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Bengals Yearn For Discipline

Queen Elizabeth, the Virgin Queen, stymied by a war between the Protestants and Catholics, needed a person to step in to restore some measure of order and discipline. Afterwards a powerful Queen, she felt no one capable of carrying out her wishes with respect to the removal of those opposed to the crown. Enter Francis Walsingham. A master at the cunning art of deception, he attacked the undisciplined court vigorously.

Upon reading the news of yet another Cincinnati Bengal being arrested, further embarrassing the organization, it became clear Marvin Lewis needs help. He is not capable, or willing, to step up and do the dirty work. Whether he does or not will determine his future because other players are speaking out.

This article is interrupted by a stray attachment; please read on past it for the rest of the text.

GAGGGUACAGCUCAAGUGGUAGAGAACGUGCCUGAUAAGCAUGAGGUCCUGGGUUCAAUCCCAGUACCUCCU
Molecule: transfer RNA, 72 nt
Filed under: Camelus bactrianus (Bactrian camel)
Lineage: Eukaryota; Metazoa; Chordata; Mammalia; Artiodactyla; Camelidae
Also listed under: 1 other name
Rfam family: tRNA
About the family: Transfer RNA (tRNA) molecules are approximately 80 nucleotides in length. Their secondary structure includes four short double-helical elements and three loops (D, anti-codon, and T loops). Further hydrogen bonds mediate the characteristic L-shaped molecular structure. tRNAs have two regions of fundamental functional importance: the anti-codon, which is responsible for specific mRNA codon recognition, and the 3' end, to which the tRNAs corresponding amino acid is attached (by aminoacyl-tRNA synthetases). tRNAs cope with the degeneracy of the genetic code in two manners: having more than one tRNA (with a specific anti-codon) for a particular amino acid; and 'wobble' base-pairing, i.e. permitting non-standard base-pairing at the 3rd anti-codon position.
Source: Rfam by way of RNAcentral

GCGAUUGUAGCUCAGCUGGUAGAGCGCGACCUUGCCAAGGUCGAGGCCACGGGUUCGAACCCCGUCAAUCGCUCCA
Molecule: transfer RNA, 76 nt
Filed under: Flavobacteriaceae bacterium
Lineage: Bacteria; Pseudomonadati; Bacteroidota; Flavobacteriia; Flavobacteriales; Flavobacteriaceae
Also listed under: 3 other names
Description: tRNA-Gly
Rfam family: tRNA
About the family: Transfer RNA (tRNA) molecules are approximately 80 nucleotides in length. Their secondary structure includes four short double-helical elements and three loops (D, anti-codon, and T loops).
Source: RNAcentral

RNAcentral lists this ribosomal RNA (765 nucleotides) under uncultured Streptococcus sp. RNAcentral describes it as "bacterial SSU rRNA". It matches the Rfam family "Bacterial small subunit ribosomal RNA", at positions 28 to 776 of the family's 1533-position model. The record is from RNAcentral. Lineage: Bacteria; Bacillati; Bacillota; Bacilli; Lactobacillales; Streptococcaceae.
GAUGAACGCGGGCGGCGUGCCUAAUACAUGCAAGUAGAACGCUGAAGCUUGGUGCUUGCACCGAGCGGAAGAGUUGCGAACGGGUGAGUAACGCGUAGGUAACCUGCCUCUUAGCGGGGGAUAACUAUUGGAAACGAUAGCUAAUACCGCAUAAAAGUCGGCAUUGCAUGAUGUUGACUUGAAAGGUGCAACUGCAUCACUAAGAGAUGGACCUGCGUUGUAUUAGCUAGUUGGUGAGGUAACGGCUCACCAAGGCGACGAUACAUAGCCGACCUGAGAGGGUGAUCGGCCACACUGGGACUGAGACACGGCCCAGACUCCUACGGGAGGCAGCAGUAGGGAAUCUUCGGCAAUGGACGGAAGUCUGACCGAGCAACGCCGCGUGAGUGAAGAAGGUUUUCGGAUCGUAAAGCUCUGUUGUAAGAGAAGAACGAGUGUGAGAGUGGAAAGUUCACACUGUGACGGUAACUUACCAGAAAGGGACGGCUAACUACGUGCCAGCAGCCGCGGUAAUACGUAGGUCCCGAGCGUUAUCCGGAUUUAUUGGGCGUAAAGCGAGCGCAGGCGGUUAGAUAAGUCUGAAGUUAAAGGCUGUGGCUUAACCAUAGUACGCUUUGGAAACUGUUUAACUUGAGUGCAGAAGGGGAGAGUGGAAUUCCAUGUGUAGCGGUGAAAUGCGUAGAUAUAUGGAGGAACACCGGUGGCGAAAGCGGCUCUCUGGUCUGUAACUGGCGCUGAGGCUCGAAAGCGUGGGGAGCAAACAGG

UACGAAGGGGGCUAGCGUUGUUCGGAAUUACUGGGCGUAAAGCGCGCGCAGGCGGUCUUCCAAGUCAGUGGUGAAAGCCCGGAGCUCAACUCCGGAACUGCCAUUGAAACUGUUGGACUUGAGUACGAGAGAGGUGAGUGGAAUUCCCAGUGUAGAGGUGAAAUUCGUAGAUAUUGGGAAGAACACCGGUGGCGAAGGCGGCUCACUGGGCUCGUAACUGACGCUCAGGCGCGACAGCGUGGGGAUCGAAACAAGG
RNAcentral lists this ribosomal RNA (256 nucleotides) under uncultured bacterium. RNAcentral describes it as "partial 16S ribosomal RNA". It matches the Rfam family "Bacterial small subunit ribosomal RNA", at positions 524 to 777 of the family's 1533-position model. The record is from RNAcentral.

Perhaps Lewis could use a Walsingham type figure, minus the torture and murder. A coach or front office person willing to say we will take a cap hit and suffer just to show we are part of the civilized world. Granted, we are talking football here and marijuana charges are minor. However, in the eyes of the fans, the Bengals practices must begin with firing drills.

If the Bengals were coming off a 12-4 season, Marvin could say — smile firmly hidden — “We’ll take care of it.” Sadly for the coach, 8-8 with Carson Palmer enrages those who look at the roster and wonder how so much talent could go .500. Enter discipline.

Too often, the image of a disciplinarian is Tom Coughlin. He does not fit the mold because discipline in football is telling the players to show up on time and not having to berate them or fine them. Discipline is respect because a player does not wait for you to threaten to cut him or fine him; he knows it is a done deal. The Bengals lack respect for their head coach, or else they would attempt to represent him in public. Step up, Marvin, or say goodbye to your reputation.

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